History of the Crooked Billet
There are many interpretations as to what a billet might be. A staff, a housing for soldiers, a ticket, a piece of beachwood, or a piece of wood used to light a fire. It is thought that the latter is the correct explanation for the name of the pub – the Crooked Billet. A strange name but we sumize that unlike the wealthier inns who had the money to create ornate wooden carvings to adorn the exterior of the pub. The poorer farmers who ran the ale house here simply hung an old piece of fire wood above the entrance and named the pub The Crooked Billet.
Using the wood from a sailing ship, the Crooked Billet was built around 1600 as a farm house. The owners served ale to the farmers and farm workers going to work in the morning and arriving back from the fields in the early evening. Shortly after, in the early 1700s, it began staying open later in the evening and changed from an alehouse to a licensed village pub.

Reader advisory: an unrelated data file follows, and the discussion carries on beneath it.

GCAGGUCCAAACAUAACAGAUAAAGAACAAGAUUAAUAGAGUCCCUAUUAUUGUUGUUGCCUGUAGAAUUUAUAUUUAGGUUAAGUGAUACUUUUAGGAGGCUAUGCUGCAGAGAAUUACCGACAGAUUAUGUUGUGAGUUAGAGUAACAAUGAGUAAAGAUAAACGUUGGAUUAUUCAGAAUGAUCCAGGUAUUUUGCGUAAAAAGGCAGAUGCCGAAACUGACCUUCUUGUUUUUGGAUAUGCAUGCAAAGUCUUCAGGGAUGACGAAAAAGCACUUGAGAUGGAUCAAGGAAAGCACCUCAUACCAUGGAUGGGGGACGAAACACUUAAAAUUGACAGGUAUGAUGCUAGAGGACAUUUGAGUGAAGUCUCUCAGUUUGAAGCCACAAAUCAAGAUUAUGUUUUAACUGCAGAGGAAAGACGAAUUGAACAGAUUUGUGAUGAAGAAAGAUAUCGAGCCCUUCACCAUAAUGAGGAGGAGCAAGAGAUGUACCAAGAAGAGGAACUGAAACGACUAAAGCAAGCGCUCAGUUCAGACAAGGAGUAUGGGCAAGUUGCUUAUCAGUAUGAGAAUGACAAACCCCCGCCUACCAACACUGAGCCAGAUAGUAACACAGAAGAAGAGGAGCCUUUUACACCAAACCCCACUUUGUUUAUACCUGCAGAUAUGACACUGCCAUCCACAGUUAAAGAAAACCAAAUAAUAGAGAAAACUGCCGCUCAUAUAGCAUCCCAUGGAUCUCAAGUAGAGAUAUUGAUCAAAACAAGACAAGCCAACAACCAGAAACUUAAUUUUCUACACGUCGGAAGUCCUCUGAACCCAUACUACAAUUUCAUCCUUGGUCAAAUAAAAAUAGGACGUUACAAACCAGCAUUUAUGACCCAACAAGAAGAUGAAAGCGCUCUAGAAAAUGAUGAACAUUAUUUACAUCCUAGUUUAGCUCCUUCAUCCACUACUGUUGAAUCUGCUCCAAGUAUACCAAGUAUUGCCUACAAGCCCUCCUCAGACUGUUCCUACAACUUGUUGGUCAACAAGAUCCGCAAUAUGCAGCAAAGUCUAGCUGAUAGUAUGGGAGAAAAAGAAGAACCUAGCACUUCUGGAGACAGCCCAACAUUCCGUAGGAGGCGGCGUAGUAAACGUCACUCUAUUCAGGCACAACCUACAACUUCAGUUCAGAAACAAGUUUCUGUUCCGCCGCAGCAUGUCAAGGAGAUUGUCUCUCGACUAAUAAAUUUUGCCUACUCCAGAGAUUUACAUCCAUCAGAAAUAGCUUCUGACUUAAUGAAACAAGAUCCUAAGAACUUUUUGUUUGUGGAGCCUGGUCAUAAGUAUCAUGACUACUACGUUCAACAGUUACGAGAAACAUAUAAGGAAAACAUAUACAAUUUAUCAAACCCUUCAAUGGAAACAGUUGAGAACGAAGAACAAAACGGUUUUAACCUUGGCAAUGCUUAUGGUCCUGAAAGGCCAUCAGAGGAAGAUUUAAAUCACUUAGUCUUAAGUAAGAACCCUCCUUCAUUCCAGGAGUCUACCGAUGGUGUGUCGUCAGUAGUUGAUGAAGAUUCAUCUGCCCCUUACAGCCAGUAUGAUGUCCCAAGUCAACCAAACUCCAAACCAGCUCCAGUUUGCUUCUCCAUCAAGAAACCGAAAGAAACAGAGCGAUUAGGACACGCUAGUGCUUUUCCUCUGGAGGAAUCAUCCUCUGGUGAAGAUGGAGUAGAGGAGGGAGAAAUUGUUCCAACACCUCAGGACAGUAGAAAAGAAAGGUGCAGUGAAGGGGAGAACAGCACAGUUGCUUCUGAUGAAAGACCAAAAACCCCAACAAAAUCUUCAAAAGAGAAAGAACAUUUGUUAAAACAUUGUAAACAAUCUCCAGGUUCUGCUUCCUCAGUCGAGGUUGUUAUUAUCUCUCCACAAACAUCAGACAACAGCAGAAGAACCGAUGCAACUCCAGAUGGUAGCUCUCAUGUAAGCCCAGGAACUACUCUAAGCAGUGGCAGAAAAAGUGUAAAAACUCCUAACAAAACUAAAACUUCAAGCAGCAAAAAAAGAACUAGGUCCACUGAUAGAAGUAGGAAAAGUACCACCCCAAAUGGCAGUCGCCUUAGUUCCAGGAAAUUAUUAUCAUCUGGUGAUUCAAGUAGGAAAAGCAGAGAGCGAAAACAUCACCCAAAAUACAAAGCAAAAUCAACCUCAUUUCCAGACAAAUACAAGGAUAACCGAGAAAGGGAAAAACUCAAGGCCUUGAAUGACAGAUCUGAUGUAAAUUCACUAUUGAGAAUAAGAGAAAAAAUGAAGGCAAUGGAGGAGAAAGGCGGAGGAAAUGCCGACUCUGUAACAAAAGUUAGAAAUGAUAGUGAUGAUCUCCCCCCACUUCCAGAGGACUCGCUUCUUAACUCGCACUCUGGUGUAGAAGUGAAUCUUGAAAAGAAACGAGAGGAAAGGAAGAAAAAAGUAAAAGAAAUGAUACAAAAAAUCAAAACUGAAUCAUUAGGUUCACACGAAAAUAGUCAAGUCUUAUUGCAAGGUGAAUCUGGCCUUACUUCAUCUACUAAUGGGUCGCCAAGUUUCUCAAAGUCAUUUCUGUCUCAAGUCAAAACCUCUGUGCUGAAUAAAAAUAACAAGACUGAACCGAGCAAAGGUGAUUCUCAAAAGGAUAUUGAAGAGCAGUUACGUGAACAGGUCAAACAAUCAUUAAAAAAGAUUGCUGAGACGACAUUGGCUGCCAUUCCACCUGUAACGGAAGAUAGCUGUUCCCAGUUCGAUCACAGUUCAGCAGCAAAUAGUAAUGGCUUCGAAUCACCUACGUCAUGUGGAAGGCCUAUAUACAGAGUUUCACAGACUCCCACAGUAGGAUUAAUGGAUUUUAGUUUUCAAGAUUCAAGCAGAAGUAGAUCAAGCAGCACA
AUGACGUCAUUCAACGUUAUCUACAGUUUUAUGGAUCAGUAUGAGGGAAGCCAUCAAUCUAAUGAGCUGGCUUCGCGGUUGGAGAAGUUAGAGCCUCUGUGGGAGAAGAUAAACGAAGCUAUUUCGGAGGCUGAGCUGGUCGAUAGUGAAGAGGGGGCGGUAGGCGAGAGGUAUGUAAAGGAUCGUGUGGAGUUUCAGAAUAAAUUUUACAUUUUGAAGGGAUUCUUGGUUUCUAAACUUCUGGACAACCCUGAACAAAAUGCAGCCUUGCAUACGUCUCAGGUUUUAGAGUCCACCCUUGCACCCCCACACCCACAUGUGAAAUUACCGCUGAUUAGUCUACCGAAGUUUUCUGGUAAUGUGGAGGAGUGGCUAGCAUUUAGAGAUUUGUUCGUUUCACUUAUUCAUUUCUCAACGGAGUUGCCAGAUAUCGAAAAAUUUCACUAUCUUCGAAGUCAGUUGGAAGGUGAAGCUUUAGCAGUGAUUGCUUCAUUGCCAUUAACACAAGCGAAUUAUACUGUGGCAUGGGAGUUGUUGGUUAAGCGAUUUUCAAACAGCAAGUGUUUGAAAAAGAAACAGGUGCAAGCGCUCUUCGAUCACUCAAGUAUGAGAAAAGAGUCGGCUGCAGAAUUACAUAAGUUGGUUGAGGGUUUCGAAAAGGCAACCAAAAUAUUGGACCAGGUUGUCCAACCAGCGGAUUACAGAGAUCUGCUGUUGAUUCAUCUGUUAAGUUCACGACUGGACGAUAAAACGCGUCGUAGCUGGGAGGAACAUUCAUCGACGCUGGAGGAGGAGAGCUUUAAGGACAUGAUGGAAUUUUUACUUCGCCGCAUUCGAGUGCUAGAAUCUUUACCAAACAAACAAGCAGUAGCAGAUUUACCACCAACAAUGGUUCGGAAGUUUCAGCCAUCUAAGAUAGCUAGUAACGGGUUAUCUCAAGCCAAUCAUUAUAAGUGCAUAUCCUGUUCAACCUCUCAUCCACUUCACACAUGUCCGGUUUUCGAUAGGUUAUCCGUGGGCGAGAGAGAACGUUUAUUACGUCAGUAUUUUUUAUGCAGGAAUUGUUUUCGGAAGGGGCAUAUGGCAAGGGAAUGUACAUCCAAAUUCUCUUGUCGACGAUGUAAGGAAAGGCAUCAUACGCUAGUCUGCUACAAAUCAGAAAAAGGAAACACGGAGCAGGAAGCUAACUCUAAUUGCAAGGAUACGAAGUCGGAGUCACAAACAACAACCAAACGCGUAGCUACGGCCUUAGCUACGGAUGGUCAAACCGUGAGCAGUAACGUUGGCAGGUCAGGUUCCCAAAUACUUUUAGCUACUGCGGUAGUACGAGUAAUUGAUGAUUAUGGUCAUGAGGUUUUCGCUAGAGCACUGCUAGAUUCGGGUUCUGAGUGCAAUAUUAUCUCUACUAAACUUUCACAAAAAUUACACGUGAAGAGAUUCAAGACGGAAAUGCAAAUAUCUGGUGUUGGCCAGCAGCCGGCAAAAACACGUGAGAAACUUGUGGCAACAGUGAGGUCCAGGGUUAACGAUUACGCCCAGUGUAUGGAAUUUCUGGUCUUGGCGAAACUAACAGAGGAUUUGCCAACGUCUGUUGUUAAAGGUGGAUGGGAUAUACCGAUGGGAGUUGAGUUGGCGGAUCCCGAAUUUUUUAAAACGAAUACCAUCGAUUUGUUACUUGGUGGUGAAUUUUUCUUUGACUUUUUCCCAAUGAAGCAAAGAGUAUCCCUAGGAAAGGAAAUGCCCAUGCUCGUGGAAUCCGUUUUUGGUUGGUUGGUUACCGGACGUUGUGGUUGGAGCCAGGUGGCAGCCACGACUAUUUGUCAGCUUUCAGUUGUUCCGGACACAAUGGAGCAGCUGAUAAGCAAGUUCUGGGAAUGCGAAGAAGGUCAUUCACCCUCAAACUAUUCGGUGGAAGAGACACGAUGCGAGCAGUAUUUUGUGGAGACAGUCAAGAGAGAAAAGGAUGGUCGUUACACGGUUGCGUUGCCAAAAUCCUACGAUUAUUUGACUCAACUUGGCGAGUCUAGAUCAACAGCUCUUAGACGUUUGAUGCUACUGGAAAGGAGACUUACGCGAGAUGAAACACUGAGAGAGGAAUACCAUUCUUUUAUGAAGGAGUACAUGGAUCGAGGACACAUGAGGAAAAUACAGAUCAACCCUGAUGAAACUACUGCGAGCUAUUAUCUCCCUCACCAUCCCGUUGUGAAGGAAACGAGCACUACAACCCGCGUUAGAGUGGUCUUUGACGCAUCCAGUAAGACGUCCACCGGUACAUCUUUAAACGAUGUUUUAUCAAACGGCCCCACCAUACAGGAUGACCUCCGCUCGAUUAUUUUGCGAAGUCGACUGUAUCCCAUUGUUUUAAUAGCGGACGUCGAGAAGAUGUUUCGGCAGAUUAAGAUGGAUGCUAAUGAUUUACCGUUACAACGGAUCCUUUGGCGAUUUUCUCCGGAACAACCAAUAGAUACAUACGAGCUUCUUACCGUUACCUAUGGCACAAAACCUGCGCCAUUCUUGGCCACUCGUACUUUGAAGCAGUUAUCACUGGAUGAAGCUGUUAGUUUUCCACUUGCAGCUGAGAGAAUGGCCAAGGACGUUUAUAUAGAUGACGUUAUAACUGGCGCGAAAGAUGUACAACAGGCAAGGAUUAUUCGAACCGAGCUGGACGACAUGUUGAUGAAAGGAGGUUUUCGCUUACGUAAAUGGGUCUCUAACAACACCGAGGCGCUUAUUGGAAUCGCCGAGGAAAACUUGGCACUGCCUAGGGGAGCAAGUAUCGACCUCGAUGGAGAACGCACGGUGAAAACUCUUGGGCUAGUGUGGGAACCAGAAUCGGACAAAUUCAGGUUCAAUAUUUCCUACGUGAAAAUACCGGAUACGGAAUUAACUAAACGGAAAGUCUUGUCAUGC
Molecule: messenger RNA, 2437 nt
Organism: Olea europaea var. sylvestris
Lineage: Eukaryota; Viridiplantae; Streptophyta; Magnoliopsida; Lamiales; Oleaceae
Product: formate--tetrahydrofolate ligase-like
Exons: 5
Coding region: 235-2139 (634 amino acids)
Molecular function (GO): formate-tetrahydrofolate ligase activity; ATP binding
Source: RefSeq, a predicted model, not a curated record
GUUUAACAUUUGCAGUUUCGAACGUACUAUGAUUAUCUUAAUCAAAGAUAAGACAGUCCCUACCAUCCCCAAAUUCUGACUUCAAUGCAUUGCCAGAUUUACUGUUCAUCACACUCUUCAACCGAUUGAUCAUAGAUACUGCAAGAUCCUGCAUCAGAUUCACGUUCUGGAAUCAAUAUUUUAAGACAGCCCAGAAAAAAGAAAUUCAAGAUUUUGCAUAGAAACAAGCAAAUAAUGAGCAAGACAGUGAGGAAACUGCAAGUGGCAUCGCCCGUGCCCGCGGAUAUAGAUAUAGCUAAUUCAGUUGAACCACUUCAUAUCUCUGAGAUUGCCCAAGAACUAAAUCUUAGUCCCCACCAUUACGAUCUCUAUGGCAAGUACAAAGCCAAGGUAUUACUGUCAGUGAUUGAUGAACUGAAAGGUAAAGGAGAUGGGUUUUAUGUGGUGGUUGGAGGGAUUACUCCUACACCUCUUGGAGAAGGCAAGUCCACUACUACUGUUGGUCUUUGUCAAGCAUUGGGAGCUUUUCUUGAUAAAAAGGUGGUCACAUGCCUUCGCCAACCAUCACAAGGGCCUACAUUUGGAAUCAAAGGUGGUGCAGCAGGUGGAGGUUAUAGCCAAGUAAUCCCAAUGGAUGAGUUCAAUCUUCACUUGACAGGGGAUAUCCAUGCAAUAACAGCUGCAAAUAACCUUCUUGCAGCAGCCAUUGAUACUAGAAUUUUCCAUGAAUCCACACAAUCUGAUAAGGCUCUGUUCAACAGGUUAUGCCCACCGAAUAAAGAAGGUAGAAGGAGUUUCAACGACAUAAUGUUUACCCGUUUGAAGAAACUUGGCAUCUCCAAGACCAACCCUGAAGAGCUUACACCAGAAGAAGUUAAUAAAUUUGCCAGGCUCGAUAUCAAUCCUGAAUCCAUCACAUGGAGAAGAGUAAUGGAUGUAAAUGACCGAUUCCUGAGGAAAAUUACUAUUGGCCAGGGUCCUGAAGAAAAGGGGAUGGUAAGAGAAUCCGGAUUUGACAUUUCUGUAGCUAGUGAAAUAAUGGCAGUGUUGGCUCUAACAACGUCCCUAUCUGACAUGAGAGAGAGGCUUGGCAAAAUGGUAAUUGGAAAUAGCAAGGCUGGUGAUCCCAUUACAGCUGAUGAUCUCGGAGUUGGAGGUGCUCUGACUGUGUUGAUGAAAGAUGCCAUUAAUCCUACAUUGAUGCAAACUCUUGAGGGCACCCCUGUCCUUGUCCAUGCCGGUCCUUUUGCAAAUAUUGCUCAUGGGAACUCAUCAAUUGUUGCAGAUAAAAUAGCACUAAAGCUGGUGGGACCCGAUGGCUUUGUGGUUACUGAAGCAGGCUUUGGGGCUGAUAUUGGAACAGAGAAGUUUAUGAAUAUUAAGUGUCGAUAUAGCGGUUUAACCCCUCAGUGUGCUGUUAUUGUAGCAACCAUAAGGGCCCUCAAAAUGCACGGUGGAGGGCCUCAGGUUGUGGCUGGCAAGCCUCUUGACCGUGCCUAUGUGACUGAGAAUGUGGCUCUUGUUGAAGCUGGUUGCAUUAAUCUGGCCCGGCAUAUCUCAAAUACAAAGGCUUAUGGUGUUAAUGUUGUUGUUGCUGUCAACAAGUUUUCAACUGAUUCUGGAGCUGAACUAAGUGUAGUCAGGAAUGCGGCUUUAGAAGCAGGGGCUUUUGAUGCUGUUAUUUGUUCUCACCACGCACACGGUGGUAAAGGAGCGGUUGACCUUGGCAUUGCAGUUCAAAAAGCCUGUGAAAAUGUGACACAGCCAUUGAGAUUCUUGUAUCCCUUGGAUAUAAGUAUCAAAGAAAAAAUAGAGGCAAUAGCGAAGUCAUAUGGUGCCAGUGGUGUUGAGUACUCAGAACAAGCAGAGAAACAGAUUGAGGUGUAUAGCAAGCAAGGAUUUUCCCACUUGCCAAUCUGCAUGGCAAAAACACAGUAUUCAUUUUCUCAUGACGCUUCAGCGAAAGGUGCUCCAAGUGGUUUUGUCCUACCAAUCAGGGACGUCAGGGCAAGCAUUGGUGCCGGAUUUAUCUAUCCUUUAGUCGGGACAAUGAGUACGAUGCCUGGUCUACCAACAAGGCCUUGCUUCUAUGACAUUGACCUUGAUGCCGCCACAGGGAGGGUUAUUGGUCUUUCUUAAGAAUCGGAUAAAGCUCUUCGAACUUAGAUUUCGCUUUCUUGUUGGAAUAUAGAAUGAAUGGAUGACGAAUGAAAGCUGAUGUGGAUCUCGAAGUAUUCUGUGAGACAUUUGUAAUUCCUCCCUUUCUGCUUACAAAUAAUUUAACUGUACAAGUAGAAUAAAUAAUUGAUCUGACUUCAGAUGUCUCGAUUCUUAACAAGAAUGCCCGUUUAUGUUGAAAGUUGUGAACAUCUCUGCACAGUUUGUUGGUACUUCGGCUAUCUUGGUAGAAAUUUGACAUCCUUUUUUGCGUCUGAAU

A brew house was added sometime in the 1800s to cope with the demand of an ever growing surrounding population and the systematic closure of the other seven alehouses in the village. It still continued to function as a farm as late as the 1900s, with pigs and hens kept in a barn at the front of the main building. After the barns and alehouse went, harvesting apples from the orchards at the back of the pub continued until the 1930s. It is thought that it was at this time that it became solely a village pub. The village festival was held in the gardens with stalls and games, such as spit rock, being played.
Today it is still run as the village pub, but with the addition of a separate restaurant, and has won many national awards.